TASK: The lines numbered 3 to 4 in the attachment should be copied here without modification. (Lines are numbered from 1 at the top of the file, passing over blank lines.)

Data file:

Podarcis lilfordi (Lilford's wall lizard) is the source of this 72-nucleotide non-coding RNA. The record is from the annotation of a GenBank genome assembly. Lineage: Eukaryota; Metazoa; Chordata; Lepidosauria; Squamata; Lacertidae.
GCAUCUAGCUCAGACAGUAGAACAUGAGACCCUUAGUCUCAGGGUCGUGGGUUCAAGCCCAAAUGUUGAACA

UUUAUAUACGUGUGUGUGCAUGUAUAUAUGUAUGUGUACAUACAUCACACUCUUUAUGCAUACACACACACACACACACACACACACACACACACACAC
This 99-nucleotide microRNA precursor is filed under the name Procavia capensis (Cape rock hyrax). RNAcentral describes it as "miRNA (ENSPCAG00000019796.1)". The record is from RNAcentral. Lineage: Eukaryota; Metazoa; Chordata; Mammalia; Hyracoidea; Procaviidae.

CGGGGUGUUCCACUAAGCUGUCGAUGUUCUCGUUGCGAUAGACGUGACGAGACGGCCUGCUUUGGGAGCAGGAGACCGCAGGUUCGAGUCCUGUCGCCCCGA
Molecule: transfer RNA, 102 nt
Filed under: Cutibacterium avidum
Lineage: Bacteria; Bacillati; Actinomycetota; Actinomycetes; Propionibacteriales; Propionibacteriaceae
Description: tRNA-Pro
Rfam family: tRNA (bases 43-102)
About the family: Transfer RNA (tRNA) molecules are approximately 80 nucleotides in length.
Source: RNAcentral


UUUAUAUACGUGUGUGUGCAUGUAUAUAUGUAUGUGUACAUACAUCACACUCUUUAUGCAUACACACACACACACACACACACACACACACACACACAC
This 99-nucleotide microRNA precursor is filed under the name Procavia capensis (Cape rock hyrax). RNAcentral describes it as "miRNA (ENSPCAG00000019796.1)". The record is from RNAcentral. Lineage: Eukaryota; Metazoa; Chordata; Mammalia; Hyracoidea; Procaviidae.